Brand personality should be a reflection of who your audience is and what appeals to them, along with the position you want to take in the market. Your audience wants to see themselves, or the best version of themselves, in your brand so when a brand portrays the personality of their audiences’ aspirations, they resonate on a powerful level.

Take Mercedes as an example. The luxury car company’s personality communicates confidence, sophistication, and exclusivity, which appeal to the aspirations of their audience. Likewise, Red Bull has aligned themselves with extreme sports and project an energetic, youthful, and adventurous personality which appeals their audience’s aspirations.

7. Tone of Voice & Language

Tone and language choices are an extension of your personality and should also reflect your audience. Both have always been important but in today’s content driven era, its importance has been magnified. As people, we might use a different tone of voice and language set with different people, for example, your grandma vs. your best friend. If you reversed your communication and spoke to you grandmother as you would your best friend, chances are, your tone wouldn’t resonate with her. If, as a brand, you want to appeal to 18-24-year-old male skateboarders, the formality, and energy of the language that you use will be different than if your audience is 35-50-year-old female foodies.

When it comes to resonance, we must always trace it back to the source of who we want to resonate with and ask, “What do they want”?

Try to nail down your language and tone of voice, not with rigid rules but with flexible guides. Mozilla uses this strategy and within their guides, you’ll find applicable examples such as; “It’s okay to be clever, but not just for its own sake (or because we’re too in love with our own words).”

Your brand still needs to be authentic so give your personnel the autonomy to be human while directing them with flexible guides.

8. Core Message

Now that you know your audience, position, and personality of your brand, you have the information needed to craft an effective core message the cornerstone of which is your differentiator. In the mind of your audience, you get to be one thing. That one thing is your differentiator and your core message needs to be built around that.

Your core message is underlying and should be incorporated into all forms of communication. You can craft a concise and memorable tagline from this but the core message itself can be up to two sentences.

It should be short enough for internal personnel to memorize, but long enough to be impactful. It can be expressed in many different forms but should always drive home what you want your audience to remember you for.

Geico’s core message is succinct and to the point. It includes who it’s for, what the differentiator is and the benefit to the audience. “15 minutes or less can save you 15% or more on car insurance.”

This double’s down as a tagline with how concise it is but it can be applied and adapted throughout all communication with the underlying message: “we save you time and money when it comes to your car insurance”.

9. Brand Identity System

Your brand identity system is a collection of visual elements that work together to form the look and feel of your brand. A logo on its own has very little impact as it is a single visual representation and cannot provide a look and feel for the brand on its own.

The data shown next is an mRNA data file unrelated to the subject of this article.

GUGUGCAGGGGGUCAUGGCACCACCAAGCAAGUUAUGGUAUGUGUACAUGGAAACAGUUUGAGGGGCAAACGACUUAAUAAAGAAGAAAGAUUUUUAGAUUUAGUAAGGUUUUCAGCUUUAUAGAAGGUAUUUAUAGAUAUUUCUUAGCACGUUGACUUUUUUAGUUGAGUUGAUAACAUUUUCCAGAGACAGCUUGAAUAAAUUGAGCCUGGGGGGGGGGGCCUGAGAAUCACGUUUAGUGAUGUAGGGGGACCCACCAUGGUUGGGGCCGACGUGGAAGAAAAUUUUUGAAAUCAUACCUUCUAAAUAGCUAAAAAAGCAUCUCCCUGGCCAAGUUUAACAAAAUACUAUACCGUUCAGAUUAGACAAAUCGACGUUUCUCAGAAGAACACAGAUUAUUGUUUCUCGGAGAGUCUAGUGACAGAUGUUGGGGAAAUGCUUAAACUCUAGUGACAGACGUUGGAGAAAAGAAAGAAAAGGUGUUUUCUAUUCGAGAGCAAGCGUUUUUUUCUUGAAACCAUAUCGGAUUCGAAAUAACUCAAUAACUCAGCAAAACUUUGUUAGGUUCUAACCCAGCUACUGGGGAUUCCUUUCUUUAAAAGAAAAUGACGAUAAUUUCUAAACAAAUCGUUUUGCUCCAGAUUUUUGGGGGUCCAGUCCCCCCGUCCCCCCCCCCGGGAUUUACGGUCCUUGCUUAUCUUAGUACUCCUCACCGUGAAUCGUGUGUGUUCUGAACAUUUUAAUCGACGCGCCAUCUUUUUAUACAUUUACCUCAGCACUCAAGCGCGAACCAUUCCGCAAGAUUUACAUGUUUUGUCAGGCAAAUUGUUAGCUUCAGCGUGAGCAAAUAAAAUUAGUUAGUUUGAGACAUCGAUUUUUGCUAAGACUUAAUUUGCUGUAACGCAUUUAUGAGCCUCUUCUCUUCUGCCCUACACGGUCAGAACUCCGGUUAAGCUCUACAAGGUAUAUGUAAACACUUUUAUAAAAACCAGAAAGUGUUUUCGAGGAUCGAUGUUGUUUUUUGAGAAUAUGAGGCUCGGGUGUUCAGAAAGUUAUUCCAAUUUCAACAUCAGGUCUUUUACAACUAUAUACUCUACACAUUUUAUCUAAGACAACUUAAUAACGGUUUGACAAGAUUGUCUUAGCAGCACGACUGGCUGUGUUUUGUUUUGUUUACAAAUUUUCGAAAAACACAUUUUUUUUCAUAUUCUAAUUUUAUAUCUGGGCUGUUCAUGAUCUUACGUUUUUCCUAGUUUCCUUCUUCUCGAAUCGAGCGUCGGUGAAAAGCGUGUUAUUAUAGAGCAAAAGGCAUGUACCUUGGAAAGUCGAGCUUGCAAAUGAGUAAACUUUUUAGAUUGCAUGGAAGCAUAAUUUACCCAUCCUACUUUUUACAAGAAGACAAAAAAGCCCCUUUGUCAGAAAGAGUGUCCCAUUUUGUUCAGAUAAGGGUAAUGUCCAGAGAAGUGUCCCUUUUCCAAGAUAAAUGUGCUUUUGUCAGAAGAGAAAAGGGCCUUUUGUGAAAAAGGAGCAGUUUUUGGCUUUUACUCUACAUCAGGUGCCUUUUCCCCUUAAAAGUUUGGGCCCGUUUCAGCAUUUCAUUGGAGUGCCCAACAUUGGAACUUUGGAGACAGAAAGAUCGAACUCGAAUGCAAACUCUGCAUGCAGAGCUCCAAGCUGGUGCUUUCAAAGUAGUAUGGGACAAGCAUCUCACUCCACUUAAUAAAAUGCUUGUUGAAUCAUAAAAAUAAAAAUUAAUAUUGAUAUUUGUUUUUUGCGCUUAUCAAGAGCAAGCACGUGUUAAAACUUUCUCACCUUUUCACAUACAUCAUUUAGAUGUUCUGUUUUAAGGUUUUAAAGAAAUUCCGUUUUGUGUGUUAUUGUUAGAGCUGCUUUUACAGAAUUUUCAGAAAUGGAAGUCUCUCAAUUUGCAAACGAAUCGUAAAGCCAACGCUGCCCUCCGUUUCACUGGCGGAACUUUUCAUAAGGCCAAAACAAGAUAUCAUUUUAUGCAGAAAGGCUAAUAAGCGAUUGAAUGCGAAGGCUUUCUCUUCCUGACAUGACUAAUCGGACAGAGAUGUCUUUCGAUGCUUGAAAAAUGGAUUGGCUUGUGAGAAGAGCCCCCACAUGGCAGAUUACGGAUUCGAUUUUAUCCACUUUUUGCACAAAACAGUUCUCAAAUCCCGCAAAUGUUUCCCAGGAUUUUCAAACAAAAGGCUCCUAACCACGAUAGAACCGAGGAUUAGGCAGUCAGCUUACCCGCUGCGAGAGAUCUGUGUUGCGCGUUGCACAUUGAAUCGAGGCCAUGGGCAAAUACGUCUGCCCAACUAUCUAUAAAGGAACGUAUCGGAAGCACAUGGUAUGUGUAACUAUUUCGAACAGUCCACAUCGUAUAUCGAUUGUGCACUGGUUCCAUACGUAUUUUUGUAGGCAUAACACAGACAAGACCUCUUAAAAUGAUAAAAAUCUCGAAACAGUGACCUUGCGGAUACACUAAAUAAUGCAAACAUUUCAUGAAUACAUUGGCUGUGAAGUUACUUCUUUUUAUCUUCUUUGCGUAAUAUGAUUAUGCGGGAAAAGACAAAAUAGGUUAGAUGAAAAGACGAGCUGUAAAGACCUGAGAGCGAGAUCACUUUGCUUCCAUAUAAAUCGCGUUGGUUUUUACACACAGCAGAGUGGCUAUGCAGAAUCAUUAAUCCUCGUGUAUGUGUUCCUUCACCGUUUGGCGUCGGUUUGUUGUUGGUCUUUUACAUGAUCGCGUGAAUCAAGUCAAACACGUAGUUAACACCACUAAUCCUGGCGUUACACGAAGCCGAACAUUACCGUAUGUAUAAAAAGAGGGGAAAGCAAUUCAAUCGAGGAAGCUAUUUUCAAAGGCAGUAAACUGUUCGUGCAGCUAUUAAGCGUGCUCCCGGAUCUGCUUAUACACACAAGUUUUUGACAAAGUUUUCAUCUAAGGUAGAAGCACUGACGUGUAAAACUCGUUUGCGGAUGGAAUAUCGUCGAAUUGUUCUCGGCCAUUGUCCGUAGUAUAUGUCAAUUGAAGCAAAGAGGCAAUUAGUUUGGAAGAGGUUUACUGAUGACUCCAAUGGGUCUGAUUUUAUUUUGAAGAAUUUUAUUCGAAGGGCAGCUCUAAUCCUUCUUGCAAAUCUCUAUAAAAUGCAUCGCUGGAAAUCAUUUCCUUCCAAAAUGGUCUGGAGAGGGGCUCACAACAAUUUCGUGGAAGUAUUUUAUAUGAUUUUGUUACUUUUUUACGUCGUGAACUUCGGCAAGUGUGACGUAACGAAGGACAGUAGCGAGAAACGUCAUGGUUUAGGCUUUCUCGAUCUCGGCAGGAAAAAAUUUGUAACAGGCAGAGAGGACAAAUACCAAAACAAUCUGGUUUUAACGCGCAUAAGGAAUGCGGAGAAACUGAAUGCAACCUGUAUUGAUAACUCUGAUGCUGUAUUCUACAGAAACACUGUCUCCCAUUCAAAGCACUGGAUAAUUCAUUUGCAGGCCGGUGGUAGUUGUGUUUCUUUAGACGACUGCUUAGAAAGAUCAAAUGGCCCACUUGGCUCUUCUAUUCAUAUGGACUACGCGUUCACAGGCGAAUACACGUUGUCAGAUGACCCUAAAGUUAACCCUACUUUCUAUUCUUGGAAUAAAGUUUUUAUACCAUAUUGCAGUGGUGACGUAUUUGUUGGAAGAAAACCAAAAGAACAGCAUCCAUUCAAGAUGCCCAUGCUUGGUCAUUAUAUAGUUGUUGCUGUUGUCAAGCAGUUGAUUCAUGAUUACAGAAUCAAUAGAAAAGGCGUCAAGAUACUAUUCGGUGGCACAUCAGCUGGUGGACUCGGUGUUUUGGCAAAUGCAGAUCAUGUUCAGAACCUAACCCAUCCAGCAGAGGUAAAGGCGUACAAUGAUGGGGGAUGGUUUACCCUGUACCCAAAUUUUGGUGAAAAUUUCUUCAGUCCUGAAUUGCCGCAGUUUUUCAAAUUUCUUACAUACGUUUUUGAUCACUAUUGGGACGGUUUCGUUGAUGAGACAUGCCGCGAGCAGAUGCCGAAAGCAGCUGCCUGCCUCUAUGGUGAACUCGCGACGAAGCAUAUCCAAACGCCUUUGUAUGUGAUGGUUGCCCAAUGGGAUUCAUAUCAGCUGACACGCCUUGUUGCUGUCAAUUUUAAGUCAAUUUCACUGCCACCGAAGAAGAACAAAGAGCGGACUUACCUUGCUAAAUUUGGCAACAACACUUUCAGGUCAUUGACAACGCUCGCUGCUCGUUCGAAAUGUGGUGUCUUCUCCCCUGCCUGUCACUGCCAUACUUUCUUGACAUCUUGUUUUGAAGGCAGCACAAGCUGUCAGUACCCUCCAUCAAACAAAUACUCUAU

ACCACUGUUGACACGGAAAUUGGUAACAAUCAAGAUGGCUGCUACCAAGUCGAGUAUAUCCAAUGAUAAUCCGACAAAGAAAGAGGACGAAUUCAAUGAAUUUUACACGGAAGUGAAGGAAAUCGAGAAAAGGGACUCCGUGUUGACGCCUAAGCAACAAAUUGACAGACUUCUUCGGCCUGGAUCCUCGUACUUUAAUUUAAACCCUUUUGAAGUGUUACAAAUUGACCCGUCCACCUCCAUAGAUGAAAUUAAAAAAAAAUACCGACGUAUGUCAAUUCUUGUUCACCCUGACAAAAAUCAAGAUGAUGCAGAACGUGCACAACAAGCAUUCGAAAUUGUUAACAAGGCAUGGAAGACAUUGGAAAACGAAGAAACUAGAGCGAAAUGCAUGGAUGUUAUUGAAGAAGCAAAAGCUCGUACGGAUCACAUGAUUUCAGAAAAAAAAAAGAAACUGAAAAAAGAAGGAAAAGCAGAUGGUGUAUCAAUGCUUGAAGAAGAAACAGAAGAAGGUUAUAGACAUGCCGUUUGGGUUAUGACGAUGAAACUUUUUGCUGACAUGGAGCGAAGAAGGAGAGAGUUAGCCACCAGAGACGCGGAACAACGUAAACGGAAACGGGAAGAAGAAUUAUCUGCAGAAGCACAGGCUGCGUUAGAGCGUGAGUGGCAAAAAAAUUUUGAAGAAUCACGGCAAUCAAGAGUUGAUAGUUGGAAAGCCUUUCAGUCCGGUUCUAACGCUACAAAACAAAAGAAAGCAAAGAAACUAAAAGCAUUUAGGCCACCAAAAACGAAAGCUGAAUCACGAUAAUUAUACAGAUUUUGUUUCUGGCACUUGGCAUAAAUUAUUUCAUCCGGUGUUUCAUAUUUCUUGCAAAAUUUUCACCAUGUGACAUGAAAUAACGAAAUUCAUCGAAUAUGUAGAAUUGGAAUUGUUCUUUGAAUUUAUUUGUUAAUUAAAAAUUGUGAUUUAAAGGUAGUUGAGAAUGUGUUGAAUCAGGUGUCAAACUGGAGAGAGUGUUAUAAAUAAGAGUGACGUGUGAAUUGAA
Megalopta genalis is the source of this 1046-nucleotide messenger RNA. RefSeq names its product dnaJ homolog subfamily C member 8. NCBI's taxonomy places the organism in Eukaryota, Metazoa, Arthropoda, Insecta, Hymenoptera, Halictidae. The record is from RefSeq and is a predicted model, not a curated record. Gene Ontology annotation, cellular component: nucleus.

The role of the visual identity is to trigger brand recall and a visual identity with numerous distinct visual elements working as a team to create a look and feel has a much greater chance of making that visual connection and triggering that memory.

A brand identity system includes:

  • Primary Logo
  • Secondary Logo
  • Lockup Variations
  • Colour Palette
  • Typography
  • Image Style
  • Graphics Library
  • Brand Style Guide

Take a look at the brand identity system from Tom Kerridge. It boasts a logo, color palette, image style, packaging, typography, all working together to create a unique and memorable style.

Tom Kerridge

10. Brand Expression

As the richest man in the world, Jeff Bezos said, “Your brand is what people say about you when you’re not in the room”. In essence, your brand is your reputation and therefore any interaction with your audience, or brand expression is a building block of your brand.

Whether visually, audibly, or experientially, your brand needs consistency is its expression. Any instances of expression that are off-brand, whether a behavior that is not aligned with values, decisions that are not aligned with the vision or visual expressions that don’t follow brand guidelines, your brand is being damaged.

The key to brand expression is alignment. Every pillar mentioned above needs to be aligned with the one before it so there is a consistent message across every touch point.

The best example of consistency is the king of modern branding, Apple. Since Steve Jobs came back into the fold in 1997, Apple changed its trajectory. Everything was simplified. The purpose, vision, mission, values, personality, language, the tone of voice, core message, brand identity and expression. We all know who they are, we all know what they stand for and whether you are part of the cult following or not, you can’t help be in awe of their brand.

It’s safe to assume that most entrepreneurs start their business in the hope that it will be successful. There are very few who position themselves well enough to give that business the best chance for survival, establishment, and then success. Building a brand from the inside-out that has substance, meaning, values, personality, and visual appeal gives a business a starting point, a future brand, and a vehicle to get there.